- GS-2: Government policies and interventions for development in various sectors and issues arising out of their design and implementation
- GS-3: Indian Economy
India’s Geospatial Sector
Context: It was in Feb 2021 new guidelines took effect to completely de-regulate the geospatial sector for Indians. It is time to look back and assess its impact and identify the bottlenecks so that the full potential of the geospatial sector can be realised
The Present Status of Geospatial sector
- India has a robust ecosystem in geospatial, with the Survey of India (SoI), ISRO, remote sensing application centres (RSAC)s, and the National Informatics Centre (NIC) but the full benefits have yet to percolate to the public and there wasn’t much contribution to the nation’s GDP.
- Since deregulation, the geospatial sector, which was considered taboo by investors, is seeing new interest. The market of geospatial sector is estimated to grow to ₹1 lakh-crore by the year 2029 with 13% Compound Annual Growth Rate (CAGR).
- Since the new guidelines, some of the noticeable developments were over subscription of the initial public offering of MapmyIndia, launching of a city mapping programme by Genesys International in India and aggressive stance by investors in India’s geospatial sector.
Are there roadblocks still despite the enabling policy in place?
- Low demand due to lack of awareness: There is no demand for geospatial services and products on a scale linked to India’s potential and size. This is mainly due to the lack of awareness among potential users in government and private.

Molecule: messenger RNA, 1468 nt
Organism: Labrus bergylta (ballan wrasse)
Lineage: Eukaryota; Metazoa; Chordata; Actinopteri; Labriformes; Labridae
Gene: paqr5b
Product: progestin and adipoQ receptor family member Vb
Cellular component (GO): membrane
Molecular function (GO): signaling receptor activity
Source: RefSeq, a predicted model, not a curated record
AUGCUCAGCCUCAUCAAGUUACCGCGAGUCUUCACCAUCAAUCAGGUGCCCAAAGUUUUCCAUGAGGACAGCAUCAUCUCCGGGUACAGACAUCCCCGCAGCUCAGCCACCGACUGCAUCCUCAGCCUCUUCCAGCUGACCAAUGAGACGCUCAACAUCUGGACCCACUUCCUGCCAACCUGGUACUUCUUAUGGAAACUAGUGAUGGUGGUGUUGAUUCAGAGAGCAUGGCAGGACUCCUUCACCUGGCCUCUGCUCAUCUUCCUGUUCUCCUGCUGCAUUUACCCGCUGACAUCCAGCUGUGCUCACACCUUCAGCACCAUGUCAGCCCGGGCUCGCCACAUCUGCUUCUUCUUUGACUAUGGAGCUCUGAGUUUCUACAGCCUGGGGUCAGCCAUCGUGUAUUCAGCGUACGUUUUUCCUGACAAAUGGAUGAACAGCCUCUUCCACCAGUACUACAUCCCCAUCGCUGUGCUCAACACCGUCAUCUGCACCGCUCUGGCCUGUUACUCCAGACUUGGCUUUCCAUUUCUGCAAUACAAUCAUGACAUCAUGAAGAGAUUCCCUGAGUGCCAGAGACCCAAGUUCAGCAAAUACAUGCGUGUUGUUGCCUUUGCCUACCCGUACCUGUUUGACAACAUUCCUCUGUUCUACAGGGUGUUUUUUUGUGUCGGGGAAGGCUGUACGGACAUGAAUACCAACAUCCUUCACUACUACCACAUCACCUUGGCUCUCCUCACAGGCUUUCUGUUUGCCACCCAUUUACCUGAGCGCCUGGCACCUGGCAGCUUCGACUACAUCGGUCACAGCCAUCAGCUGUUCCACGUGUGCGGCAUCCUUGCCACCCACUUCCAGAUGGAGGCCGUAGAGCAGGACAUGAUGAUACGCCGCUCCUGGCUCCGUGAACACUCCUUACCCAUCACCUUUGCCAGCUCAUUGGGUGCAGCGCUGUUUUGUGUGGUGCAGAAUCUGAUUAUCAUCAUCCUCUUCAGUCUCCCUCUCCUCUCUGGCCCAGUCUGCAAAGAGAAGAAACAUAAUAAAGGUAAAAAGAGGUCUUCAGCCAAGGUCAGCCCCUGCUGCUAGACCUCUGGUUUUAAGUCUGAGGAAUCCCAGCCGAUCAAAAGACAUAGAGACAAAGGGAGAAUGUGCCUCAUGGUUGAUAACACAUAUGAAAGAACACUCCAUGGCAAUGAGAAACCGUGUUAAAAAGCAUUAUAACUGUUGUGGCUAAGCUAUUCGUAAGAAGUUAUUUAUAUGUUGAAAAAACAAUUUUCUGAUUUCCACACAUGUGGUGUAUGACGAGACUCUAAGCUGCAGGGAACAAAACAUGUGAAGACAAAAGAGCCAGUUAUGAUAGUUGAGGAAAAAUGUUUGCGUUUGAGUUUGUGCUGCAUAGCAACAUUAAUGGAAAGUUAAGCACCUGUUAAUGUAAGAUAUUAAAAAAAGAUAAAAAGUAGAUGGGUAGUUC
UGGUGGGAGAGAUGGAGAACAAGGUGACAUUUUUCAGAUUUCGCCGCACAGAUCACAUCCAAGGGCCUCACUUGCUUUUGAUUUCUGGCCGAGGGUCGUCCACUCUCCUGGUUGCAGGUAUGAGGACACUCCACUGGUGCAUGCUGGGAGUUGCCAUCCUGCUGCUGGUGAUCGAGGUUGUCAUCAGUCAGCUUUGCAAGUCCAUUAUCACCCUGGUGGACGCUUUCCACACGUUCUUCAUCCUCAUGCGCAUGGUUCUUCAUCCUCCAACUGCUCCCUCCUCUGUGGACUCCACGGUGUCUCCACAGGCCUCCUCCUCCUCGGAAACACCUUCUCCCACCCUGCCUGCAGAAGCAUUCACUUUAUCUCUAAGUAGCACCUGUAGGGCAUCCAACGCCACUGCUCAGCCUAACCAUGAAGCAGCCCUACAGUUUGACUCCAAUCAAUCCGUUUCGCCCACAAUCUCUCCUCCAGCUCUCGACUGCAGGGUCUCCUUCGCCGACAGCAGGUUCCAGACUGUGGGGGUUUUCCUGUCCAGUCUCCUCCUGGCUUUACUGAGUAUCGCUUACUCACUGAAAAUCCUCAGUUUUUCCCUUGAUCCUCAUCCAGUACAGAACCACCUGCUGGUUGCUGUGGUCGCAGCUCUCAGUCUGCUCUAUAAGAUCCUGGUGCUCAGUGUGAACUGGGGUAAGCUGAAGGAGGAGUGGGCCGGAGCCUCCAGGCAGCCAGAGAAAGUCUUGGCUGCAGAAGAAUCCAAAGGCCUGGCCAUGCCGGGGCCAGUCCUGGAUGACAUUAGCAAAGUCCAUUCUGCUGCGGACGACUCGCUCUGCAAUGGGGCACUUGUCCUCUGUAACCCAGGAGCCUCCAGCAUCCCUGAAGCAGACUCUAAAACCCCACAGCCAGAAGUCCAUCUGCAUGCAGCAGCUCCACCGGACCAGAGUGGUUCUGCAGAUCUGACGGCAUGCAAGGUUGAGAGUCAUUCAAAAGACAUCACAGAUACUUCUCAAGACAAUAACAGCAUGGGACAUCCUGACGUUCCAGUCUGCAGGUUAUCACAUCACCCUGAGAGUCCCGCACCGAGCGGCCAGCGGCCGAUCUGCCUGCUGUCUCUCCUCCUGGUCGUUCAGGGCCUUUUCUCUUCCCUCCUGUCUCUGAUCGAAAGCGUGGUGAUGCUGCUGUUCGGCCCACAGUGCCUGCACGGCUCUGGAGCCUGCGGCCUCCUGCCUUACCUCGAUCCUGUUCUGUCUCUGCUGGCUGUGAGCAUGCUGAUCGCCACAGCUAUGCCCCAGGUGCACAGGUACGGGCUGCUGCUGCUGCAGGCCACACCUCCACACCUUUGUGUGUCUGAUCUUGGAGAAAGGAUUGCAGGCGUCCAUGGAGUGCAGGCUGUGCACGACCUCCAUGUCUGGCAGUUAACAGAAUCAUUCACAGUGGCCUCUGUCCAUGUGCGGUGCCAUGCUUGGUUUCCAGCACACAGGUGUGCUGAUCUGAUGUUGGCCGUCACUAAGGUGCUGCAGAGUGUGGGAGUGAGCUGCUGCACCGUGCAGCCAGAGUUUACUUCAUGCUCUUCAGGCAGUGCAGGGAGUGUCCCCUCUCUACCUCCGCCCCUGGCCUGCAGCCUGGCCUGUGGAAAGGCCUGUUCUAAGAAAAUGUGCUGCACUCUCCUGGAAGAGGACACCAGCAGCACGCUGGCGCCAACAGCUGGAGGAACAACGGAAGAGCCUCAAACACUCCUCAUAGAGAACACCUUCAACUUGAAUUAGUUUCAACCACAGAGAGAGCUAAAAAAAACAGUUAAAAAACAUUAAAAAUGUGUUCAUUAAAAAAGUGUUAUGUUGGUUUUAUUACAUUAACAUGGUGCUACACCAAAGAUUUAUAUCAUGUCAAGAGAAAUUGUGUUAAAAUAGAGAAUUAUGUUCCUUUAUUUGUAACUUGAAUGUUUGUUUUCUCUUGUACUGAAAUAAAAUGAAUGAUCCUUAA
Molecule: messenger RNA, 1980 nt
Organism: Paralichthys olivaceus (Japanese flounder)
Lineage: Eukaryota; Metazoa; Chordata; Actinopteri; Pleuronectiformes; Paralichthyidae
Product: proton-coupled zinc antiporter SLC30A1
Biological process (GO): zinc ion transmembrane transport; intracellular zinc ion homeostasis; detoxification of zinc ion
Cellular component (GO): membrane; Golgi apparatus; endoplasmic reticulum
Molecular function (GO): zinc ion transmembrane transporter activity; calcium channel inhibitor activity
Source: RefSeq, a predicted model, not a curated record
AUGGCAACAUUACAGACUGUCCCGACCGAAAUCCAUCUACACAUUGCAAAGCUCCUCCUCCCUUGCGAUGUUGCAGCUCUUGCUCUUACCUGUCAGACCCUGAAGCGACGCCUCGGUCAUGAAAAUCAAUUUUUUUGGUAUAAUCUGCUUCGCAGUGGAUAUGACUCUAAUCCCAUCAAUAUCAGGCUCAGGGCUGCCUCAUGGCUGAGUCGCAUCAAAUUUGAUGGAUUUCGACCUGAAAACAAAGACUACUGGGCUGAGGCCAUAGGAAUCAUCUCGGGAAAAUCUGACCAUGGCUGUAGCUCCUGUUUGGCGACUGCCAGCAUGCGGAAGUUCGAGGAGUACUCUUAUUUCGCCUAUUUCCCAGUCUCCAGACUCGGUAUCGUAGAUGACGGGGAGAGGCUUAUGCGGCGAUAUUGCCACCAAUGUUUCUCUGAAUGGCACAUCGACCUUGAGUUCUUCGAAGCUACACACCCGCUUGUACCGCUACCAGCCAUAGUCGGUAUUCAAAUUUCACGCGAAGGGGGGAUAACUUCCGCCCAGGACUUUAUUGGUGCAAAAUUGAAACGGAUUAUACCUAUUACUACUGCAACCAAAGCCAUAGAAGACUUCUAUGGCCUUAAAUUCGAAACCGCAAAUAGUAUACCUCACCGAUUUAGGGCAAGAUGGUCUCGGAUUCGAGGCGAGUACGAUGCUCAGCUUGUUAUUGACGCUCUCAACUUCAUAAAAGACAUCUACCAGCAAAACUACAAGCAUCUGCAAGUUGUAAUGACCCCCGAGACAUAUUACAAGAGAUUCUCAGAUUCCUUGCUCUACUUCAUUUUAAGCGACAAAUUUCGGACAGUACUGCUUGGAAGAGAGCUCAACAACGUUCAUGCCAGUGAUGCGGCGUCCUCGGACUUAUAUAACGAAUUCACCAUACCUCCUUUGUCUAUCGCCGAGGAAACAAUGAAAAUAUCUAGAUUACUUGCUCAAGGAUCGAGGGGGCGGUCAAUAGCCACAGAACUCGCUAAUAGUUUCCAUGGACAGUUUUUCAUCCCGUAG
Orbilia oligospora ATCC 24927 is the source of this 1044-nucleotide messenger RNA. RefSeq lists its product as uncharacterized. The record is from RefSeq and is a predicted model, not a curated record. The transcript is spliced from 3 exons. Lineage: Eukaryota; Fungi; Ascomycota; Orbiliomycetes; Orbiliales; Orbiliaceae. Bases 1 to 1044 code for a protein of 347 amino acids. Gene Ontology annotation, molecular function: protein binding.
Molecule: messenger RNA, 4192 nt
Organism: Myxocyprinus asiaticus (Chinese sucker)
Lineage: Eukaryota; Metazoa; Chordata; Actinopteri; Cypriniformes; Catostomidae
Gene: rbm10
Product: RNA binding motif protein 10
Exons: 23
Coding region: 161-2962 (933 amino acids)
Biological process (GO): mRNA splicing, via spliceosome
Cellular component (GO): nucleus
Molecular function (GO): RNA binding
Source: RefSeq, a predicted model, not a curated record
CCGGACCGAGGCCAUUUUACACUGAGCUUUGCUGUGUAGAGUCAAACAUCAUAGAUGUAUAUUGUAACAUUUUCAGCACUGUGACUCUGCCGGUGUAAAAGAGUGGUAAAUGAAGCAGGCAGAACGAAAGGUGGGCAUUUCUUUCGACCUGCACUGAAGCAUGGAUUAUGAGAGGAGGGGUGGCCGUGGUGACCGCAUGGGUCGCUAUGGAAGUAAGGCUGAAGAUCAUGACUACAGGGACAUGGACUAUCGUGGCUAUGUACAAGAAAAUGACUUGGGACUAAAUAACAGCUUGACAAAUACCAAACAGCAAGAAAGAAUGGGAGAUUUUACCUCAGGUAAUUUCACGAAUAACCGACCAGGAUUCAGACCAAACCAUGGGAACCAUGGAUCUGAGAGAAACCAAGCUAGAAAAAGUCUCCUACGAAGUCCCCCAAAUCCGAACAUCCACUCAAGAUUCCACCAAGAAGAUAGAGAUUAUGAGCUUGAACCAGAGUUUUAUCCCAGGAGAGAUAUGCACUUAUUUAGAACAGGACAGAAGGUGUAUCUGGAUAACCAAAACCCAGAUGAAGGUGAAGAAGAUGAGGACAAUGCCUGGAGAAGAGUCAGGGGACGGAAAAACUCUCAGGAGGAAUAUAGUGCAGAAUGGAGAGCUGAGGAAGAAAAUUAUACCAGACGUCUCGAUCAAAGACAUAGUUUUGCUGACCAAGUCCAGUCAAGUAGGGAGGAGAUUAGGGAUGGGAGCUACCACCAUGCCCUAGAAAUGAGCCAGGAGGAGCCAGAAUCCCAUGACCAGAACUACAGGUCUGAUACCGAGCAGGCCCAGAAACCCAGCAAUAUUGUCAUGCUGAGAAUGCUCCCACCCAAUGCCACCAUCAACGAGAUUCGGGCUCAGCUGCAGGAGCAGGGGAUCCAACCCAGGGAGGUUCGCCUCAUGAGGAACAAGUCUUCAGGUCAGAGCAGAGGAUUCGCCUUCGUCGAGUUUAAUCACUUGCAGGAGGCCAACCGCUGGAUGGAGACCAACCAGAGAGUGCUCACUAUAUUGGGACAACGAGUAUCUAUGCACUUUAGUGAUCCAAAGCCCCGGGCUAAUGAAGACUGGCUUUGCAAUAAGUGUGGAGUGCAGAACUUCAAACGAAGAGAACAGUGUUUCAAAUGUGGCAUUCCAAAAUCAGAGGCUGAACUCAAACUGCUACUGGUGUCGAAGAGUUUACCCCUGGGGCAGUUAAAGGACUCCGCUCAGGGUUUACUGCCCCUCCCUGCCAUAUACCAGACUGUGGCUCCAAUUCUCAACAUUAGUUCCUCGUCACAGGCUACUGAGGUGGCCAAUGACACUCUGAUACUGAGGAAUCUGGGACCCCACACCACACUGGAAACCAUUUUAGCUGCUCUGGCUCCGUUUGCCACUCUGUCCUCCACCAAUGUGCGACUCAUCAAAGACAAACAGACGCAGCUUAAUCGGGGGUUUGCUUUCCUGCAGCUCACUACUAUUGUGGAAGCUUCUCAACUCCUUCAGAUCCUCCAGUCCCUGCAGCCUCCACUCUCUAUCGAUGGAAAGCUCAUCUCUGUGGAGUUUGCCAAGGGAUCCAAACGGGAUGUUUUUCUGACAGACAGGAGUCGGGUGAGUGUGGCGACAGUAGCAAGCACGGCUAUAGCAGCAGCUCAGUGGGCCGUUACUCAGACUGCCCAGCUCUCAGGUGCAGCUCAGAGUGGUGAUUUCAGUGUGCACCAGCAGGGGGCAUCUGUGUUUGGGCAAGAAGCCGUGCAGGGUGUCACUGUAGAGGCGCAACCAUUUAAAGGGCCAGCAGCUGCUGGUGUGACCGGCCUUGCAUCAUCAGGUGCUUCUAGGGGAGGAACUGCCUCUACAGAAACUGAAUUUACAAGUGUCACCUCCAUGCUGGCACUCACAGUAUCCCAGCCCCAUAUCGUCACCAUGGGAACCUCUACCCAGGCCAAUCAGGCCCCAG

- Inadequate Products: Barring a few cases, there are still no ready-to-use solutions especially built to solve the problems of India.
- Shortage of Manpower: The other hurdle has been the lack of skilled manpower across the entire pyramid. Unlike the West, India lacks a strata of core professionals who understand geospatial end-to-end.
- Governance Gap: The lack of clarity on data sharing and collaboration prevents co-creation and asset maximisation. The restrictive data policy of yesteryears was the root cause of many of these limiting factors.
- Spread Awareness: However, the experience has been that despite one year since the new guidelines came into effect, users are still not fully aware of things. There is a need to publish the entire policy document and make government and private users aware of things.
- Generate foundation data across India that should include the Indian national digital elevation model (InDEM), data layers for cities, and data of natural resources.
- Accessibility of Public-Funded data: The data available with government departments should be unlocked, and geo-portal needs to be established to make all public-funded data accessible through data as a service model, with no or nominal charge.
- Open data sharing protocol: There is a need to inculcate the culture of data sharing, collaboration and co-creation. This will only be possible through an open data sharing protocol.
- Promote Entrepreneurship: Solution developers and start-ups should be engaged to build solution templates for various business processes across departments. Local technology and solutions should be promoted, and competition should be encouraged for quality output.
- Decentralising Regulation: National organisations like SoI and ISRO should be entrusted with the responsibility of regulation and the projects related to the nation’s security and scientific significance.
- Increase the pool of skilled manpower: India should start a bachelor’s programme in geospatial also in the IITs and NITs. Besides these, there should be a dedicated geospatial university.
Connecting the dots: